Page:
“I was saddened to hear the news. Steve was a friend of mine for many, many years, practically since I got out of law school when I first met him through my father. He has always been one of my idols in the estate planning industry and taught me a lot about marketing. Steve flew to Las Vegas to attend my wedding celebration which I always thought was really nice since he came all the way from the east coast and went out of his way to be there for me. He brought his large professional camera and I found out that he was not only an estate planning wizard, but also a professional-level photographer! That’s the kind of guy he was --- always doing things for others and making the world a better place! I will miss him as will a whole lot of other people.”
“Please accept my deepest sympathies on the loss of Steve. When I heard from Howard Z. that Steve passed, I was speechless.
Interesting how we don’t think of the loss of some of the people we love but don’t see often until they are lost. We then want them back even for a moment so we can tell them how fond we were of them and give them a last deepest heartfelt hug. Steve and I were friends for decades and had the greatest of respect for one another.
I am mentally telling that to Steve and giving him my warmest embrace. He will always be a special friend to me.
My very warmest regards and sympathies to you.”
“Steve was always incredibly kind and supportive to me over the last 20+ years of my career. My wife and I had the pleasure of getting to know him personally at a MassMutual life insurance conference many years ago. He helped me get articles published and helped to promote my name in the insurance industry. I remember the first time I saw the expression “Warmest regards” was in an email from Steve. He also taught me something very important in marketing – “perpetually project a positive image” - the three P’s. It has stayed with me for many years. It is hard to believe he’s not with us physically, but he is certainly with us in his spirit and values and kindness and support. We will miss him deeply.”
“I first met Steve in 1980 at a symposium. That meeting and my ensuing relationship with Steve helped shape my career and contributed to my success.
Steve was often called on to be an expert witness. He referred some of those attorneys to me, which led to my success in that field. He recommended me to be on the AALU Washington Report Expert Panel, for which I wrote several articles. He also published many of my articles in LISI, sometimes asking me to write on a specific subject. As a result of that exposure people in the industry learned about me and my expertise. That became an important part of my credentials.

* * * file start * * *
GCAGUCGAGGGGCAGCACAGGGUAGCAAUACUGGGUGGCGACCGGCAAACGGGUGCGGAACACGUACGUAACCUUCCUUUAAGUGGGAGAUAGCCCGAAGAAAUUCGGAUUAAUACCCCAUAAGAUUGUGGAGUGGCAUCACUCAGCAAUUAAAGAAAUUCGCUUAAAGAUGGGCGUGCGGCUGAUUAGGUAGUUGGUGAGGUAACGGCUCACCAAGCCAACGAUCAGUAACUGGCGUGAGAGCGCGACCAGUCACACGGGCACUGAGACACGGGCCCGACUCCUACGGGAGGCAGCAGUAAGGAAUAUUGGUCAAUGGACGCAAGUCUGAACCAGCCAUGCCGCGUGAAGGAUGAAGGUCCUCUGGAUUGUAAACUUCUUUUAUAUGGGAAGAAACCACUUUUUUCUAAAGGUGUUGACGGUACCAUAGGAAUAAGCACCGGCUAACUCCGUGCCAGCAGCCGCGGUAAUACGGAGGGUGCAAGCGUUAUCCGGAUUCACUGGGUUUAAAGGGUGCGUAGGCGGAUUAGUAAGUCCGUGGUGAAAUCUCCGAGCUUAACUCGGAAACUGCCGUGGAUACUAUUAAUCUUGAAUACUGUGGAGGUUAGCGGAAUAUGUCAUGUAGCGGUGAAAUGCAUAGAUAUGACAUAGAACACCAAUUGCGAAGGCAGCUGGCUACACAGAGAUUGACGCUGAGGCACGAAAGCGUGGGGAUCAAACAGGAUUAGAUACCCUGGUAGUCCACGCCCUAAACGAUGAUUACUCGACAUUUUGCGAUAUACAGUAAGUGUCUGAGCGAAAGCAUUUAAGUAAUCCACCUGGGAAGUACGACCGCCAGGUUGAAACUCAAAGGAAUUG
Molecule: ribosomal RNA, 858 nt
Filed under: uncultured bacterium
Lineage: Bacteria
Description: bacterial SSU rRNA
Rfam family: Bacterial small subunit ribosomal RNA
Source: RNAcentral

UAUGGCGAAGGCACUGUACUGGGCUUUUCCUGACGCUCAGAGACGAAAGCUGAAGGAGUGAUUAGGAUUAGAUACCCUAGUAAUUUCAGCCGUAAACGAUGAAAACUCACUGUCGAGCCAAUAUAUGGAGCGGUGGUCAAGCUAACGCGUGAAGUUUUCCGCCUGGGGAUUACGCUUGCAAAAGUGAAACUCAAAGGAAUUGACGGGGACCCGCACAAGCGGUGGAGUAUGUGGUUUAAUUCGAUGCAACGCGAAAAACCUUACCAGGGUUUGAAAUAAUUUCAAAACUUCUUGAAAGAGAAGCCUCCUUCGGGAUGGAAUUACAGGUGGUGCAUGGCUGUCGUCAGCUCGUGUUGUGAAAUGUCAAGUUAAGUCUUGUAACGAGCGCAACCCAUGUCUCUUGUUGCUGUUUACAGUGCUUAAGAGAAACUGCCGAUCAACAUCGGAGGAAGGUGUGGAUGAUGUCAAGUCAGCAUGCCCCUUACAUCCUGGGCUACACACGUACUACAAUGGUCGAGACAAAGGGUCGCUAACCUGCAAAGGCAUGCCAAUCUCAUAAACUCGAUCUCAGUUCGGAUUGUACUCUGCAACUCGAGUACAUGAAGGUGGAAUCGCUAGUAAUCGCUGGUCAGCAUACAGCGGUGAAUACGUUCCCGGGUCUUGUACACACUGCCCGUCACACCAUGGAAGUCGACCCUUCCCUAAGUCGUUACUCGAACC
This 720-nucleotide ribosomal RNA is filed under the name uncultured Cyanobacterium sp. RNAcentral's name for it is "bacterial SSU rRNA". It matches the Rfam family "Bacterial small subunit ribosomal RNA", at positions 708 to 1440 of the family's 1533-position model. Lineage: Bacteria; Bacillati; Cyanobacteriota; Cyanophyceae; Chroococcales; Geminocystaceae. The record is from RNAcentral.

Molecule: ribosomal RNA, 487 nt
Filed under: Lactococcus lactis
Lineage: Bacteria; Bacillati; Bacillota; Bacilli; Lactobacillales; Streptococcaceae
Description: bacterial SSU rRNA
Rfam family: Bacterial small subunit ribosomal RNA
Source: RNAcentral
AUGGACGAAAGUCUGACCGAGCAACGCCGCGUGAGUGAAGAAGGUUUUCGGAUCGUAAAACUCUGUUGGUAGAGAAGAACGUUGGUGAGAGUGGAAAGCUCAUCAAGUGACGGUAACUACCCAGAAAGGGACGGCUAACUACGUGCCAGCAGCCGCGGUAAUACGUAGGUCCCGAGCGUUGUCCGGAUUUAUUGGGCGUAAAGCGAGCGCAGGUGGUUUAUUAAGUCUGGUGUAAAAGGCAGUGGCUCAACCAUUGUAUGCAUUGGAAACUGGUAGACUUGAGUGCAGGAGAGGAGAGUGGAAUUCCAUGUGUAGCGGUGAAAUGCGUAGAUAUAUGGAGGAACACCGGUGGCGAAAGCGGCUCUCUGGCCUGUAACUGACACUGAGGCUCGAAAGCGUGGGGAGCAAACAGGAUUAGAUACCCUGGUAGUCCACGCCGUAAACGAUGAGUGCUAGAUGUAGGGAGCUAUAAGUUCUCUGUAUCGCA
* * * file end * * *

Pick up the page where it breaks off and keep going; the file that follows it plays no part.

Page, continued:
I have two personal stories regarding Steve. My son was studying for the estate planning part of the CFP exam. He asked me if there was an easy to understand book he could use. I recommended Steve’s book. My son said that was the book they were already using. He also taught me a lesson about teaching grandchildren good values. He told me he would give his grandchildren money specifically to give to charity. He would ask them to write to him which charity they gave to and why they gave to that charity. I subsequently did that with my own grandchildren.
Most importantly, Steve and I saw eye to eye on the least discussed part of the life insurance business - ethics. He was constantly promoting the highest standards for practitioners.
My wife and I had the pleasure of spending time with Steve and Joann, two of the warmest and most sincere people I have met.
Apart from the loss to the legal and financial services communities, we have lost a mensch - a person of integrity and honor. I have also lost a friend.”
“I truly admired Steve and all that he has done for our profession and indeed the world. I invited Steve to address the board of directors of Beloit College regarding Charitable Giving. Two of the directors at that time were early in their wealth and since have become immensely charitable, to the college, the community, and the country. I am forever grateful for his remarkable influence and contributions to all of us who relied upon his professional word. My sympathies and prayers to his family.”
“Please, accept my condolences on the passing of our wonderful Stephan Leimberg. To put my admiration and appreciation for Steve in perspective… apart from my father, I do not believe anyone else surpassed Steve significance to the success of my law practice. He cut to the chase, was very inclusive and was directed by a kind heart.”